Later this evening, the New York Knicks will wrap up another season that can only be described as a smashing success. A campaign that began with point guard Derrick Rose declaring, "They're saying us and Golden State are the super teams" will end with the Knicks having won either 30 or 31 games—fewer than they did last season, either way. This will be their fourth straight season missing the playoffs, and 12th in the last 16.
As has become custom over these last few years, there has been a metric ton of hand-wringing about the famed triangle offense down the stretch of the season. Team president Phil Jackson pushed Jeff Hornacek to adopt the offense full-time after the All-Star break (at which point the Knicks were 23-34 and had the NBA's 15th-best offense), and the coach has done something resembling that over the past two months. The team has limped to a 7-17 record with the 25th-best offense in the NBA since then.
And yet, because the triangle has been imbued with some mystical quality by Jackson and his biographers/thought chroniclers, it's all anyone can talk or think about in New York (along with the latest Melo-drama, of course). It dominates back pages and press conferences. It dominated Shaq, Brent Barry, and (former Lakers player and Knicks coach) Derek Fisher's conversation when the Knicks were on one of those "Players Only" broadcasts on TNT late in the season. It was the subject of the second question asked to University of Washington point guard Markelle Fultz when he attended the Knicks' penultimate game of the season on Sunday.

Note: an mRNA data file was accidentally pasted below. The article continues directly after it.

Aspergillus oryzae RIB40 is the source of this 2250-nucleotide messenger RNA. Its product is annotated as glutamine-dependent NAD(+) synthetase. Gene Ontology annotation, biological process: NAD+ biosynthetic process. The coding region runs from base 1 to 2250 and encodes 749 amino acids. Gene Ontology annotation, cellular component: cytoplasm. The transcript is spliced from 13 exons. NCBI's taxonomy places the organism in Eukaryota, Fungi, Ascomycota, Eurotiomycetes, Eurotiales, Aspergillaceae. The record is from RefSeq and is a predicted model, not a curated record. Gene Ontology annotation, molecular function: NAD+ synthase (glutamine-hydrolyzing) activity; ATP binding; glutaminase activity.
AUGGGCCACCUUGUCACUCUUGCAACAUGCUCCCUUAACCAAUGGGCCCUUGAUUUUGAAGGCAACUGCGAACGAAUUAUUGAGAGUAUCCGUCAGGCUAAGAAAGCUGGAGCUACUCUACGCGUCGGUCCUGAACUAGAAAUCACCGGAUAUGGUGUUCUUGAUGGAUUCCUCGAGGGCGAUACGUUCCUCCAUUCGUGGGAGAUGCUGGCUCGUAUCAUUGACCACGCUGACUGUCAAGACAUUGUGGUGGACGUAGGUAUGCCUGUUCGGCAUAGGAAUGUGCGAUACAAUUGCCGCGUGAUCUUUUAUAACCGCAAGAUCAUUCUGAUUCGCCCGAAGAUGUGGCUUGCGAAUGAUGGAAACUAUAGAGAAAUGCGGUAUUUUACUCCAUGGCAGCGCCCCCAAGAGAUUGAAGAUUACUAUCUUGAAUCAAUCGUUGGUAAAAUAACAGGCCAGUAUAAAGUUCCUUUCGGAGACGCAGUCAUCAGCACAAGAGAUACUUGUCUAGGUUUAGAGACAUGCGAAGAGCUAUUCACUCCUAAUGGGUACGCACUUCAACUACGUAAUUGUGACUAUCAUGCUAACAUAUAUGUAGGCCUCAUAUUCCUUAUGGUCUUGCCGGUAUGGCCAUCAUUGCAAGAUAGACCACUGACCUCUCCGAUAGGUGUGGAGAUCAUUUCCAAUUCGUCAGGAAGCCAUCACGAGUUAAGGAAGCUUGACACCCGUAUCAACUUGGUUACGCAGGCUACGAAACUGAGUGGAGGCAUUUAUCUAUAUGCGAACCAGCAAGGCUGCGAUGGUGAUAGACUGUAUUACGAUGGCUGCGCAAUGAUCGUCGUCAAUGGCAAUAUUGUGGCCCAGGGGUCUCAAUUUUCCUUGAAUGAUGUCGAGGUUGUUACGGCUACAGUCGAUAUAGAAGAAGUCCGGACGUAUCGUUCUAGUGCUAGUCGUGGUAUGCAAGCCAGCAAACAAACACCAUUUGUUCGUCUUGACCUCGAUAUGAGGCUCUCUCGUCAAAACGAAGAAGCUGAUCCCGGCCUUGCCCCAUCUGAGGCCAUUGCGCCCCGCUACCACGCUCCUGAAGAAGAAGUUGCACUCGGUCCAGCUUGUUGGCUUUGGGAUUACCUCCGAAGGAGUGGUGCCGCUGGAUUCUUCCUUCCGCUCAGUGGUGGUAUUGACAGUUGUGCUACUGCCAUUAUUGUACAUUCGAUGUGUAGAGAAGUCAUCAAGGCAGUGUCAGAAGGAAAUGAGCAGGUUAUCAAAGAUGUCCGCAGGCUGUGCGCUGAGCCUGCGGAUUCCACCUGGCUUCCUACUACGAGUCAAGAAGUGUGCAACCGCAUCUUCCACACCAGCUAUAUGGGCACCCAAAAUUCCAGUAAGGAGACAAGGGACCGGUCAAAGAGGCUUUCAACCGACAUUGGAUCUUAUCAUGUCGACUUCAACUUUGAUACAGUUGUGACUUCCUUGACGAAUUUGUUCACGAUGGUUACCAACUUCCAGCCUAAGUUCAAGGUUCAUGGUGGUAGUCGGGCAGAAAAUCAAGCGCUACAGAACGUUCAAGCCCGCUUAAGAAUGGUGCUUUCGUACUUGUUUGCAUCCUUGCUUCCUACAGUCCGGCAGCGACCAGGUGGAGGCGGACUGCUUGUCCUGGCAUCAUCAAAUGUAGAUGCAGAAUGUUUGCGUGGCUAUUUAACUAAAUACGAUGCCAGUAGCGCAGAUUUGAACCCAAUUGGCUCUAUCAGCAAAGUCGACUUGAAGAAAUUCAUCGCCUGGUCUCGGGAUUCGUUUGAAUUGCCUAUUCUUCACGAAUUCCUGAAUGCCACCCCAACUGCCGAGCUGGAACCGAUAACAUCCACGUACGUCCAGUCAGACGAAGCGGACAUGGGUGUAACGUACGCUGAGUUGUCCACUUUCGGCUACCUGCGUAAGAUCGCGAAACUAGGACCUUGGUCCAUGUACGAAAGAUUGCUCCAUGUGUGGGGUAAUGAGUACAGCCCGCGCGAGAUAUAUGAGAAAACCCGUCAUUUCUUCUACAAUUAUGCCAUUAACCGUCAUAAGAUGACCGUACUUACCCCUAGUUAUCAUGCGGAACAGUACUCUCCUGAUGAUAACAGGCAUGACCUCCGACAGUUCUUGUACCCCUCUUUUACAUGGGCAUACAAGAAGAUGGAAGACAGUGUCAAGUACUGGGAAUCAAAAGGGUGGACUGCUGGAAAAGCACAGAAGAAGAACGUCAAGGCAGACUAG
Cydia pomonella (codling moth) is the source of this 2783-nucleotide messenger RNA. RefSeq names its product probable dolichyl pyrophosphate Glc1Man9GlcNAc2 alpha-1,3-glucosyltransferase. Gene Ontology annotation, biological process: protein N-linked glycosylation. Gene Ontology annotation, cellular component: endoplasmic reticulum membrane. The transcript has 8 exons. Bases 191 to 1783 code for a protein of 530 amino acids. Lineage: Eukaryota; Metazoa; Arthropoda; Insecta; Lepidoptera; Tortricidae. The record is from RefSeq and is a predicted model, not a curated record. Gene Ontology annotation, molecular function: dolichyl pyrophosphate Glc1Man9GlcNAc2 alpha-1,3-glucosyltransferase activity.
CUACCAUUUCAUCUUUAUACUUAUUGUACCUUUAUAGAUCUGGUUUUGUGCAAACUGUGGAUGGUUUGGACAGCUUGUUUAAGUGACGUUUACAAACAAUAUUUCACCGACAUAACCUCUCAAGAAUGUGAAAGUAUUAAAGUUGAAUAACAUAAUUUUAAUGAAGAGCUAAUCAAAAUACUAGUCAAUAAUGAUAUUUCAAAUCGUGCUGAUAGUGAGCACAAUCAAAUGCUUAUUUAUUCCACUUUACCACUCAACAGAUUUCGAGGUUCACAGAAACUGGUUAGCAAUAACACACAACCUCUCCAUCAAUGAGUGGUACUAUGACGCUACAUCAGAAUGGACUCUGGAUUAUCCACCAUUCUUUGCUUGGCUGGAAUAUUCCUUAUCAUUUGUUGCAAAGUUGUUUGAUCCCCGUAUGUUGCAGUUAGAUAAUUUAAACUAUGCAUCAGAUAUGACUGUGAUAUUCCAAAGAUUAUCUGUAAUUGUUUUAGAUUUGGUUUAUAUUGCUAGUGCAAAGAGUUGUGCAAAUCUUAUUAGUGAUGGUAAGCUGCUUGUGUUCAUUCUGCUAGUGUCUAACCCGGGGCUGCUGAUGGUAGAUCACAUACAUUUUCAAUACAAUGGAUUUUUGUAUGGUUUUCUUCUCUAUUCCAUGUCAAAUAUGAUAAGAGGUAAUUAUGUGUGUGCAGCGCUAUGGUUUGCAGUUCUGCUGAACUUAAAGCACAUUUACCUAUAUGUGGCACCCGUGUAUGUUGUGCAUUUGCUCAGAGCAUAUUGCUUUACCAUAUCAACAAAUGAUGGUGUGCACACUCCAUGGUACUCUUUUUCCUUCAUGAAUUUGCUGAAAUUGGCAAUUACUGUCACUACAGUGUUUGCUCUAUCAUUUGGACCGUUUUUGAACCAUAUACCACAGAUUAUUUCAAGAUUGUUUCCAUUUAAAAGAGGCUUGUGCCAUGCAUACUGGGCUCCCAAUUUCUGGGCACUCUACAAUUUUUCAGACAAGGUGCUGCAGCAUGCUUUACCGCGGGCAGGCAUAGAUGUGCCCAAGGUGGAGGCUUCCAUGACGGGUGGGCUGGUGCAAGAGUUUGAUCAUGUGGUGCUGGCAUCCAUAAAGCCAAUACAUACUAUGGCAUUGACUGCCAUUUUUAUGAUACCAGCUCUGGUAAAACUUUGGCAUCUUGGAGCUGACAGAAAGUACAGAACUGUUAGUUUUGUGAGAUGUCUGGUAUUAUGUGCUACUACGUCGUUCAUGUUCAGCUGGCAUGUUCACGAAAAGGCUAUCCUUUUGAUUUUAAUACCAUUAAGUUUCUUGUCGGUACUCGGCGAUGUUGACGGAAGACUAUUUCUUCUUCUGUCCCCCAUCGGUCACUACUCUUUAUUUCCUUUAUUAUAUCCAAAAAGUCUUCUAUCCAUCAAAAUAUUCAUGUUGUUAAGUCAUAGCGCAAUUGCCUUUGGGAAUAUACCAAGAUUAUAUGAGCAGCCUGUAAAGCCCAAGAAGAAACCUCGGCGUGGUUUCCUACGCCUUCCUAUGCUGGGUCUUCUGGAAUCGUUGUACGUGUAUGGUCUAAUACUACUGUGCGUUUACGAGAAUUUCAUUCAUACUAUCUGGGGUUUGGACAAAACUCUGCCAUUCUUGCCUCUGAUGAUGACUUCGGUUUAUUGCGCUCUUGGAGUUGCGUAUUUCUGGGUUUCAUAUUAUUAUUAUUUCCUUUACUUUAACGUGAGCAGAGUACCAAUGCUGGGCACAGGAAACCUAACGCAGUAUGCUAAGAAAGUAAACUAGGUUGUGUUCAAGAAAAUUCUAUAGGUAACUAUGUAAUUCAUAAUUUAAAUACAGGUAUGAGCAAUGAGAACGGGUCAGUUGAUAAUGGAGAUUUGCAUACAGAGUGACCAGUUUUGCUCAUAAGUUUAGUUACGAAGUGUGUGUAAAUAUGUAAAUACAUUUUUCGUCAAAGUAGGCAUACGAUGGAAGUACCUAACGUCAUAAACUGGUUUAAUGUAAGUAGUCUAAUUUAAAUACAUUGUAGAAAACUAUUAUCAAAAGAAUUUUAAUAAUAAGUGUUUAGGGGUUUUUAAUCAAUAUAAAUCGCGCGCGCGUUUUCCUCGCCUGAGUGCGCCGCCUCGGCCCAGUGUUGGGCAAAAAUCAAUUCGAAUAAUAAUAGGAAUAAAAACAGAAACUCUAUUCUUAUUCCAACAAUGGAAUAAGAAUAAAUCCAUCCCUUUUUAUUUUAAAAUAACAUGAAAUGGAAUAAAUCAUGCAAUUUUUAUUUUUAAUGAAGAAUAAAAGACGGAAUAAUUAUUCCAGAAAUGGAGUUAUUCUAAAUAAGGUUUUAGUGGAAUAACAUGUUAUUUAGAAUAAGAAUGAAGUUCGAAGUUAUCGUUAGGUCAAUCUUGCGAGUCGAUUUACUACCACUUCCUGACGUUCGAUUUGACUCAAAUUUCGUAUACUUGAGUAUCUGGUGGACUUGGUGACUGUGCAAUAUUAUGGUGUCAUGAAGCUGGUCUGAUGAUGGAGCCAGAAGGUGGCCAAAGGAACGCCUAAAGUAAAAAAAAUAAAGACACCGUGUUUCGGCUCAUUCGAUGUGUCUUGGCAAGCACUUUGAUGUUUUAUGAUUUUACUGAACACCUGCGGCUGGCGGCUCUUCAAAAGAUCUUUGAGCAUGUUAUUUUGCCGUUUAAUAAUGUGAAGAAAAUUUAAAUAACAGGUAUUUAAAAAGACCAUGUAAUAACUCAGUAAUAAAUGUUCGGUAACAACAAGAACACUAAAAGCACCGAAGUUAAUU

Here's the thing, though: the triangle offense is a red herring. It just doesn't actually matter all that much, because you can score efficiently running any offense. It's true, I swear. If you have good enough players and get them to buy in and run through the sets diligently to pursue the best possible shot as often as possible, even a system heavy on post-ups and mid-range shots (the major criticism of the triangle) can be efficient. The San Antonio Spurs rank fourth in post-ups, third in mid-range attempts per game, and seventh in offensive efficiency this season, for example.